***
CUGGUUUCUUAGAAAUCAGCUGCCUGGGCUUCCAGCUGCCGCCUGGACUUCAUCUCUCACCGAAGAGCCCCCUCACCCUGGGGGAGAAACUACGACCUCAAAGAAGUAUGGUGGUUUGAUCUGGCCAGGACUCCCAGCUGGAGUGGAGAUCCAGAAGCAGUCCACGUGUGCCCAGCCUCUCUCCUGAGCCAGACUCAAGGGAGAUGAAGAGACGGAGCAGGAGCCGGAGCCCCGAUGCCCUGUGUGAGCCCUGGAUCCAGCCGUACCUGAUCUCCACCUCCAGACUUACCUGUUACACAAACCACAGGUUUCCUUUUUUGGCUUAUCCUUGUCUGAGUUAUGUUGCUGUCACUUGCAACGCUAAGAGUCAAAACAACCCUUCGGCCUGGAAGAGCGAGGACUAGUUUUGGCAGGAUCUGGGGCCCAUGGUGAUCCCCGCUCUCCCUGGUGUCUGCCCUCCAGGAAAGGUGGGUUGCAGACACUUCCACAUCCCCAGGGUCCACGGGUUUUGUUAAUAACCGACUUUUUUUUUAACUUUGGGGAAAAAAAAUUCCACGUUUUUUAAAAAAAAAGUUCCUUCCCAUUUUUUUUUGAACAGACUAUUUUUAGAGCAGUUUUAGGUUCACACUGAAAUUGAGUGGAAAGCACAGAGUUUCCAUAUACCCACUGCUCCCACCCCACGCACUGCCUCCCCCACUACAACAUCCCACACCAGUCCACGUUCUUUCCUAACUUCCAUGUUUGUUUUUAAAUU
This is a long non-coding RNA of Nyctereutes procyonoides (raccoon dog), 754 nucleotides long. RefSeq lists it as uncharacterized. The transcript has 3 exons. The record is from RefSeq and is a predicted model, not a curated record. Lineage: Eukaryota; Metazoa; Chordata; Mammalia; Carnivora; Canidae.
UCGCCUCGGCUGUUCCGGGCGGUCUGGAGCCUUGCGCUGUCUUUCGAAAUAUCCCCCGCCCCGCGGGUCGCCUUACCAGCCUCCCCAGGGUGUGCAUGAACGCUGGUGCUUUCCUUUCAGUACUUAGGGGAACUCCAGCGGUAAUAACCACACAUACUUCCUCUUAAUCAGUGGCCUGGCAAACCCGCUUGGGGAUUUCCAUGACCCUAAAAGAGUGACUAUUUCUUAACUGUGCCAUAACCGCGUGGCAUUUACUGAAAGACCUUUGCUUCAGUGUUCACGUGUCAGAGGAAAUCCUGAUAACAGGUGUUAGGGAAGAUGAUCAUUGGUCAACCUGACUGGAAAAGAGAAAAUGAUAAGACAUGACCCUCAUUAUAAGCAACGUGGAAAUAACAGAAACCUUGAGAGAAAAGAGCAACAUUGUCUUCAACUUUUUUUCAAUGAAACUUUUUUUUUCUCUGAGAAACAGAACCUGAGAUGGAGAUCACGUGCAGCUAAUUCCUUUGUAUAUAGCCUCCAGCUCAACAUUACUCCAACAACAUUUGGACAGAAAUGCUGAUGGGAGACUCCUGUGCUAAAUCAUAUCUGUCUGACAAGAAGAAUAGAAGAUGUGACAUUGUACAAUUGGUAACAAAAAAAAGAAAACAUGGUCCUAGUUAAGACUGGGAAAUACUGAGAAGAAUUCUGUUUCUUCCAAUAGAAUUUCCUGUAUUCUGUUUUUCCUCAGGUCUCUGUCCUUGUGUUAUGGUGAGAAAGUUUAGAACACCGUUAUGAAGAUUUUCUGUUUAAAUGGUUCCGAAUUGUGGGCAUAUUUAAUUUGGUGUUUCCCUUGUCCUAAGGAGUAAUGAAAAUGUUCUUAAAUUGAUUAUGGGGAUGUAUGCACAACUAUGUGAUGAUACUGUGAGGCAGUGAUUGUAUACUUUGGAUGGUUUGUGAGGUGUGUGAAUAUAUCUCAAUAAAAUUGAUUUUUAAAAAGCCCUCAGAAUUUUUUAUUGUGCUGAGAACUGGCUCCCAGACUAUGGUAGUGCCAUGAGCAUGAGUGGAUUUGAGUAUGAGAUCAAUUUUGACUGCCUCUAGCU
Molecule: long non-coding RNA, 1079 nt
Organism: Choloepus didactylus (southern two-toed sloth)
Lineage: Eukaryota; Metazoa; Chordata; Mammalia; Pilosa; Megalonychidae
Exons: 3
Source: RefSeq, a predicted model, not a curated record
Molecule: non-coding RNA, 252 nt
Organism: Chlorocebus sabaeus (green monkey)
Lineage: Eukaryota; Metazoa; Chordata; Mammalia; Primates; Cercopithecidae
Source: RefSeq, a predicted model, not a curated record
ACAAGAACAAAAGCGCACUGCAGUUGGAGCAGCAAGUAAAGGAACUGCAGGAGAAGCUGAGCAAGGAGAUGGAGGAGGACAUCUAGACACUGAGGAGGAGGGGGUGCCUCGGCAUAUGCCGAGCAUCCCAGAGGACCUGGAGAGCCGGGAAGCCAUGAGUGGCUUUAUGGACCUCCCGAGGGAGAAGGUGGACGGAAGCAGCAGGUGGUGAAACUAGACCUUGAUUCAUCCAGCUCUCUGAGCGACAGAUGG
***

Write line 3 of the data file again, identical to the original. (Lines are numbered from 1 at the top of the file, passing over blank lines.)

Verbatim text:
UCGCCUCGGCUGUUCCGGGCGGUCUGGAGCCUUGCGCUGUCUUUCGAAAUAUCCCCCGCCCCGCGGGUCGCCUUACCAGCCUCCCCAGGGUGUGCAUGAACGCUGGUGCUUUCCUUUCAGUACUUAGGGGAACUCCAGCGGUAAUAACCACACAUACUUCCUCUUAAUCAGUGGCCUGGCAAACCCGCUUGGGGAUUUCCAUGACCCUAAAAGAGUGACUAUUUCUUAACUGUGCCAUAACCGCGUGGCAUUUACUGAAAGACCUUUGCUUCAGUGUUCACGUGUCAGAGGAAAUCCUGAUAACAGGUGUUAGGGAAGAUGAUCAUUGGUCAACCUGACUGGAAAAGAGAAAAUGAUAAGACAUGACCCUCAUUAUAAGCAACGUGGAAAUAACAGAAACCUUGAGAGAAAAGAGCAACAUUGUCUUCAACUUUUUUUCAAUGAAACUUUUUUUUUCUCUGAGAAACAGAACCUGAGAUGGAGAUCACGUGCAGCUAAUUCCUUUGUAUAUAGCCUCCAGCUCAACAUUACUCCAACAACAUUUGGACAGAAAUGCUGAUGGGAGACUCCUGUGCUAAAUCAUAUCUGUCUGACAAGAAGAAUAGAAGAUGUGACAUUGUACAAUUGGUAACAAAAAAAAGAAAACAUGGUCCUAGUUAAGACUGGGAAAUACUGAGAAGAAUUCUGUUUCUUCCAAUAGAAUUUCCUGUAUUCUGUUUUUCCUCAGGUCUCUGUCCUUGUGUUAUGGUGAGAAAGUUUAGAACACCGUUAUGAAGAUUUUCUGUUUAAAUGGUUCCGAAUUGUGGGCAUAUUUAAUUUGGUGUUUCCCUUGUCCUAAGGAGUAAUGAAAAUGUUCUUAAAUUGAUUAUGGGGAUGUAUGCACAACUAUGUGAUGAUACUGUGAGGCAGUGAUUGUAUACUUUGGAUGGUUUGUGAGGUGUGUGAAUAUAUCUCAAUAAAAUUGAUUUUUAAAAAGCCCUCAGAAUUUUUUAUUGUGCUGAGAACUGGCUCCCAGACUAUGGUAGUGCCAUGAGCAUGAGUGGAUUUGAGUAUGAGAUCAAUUUUGACUGCCUCUAGCU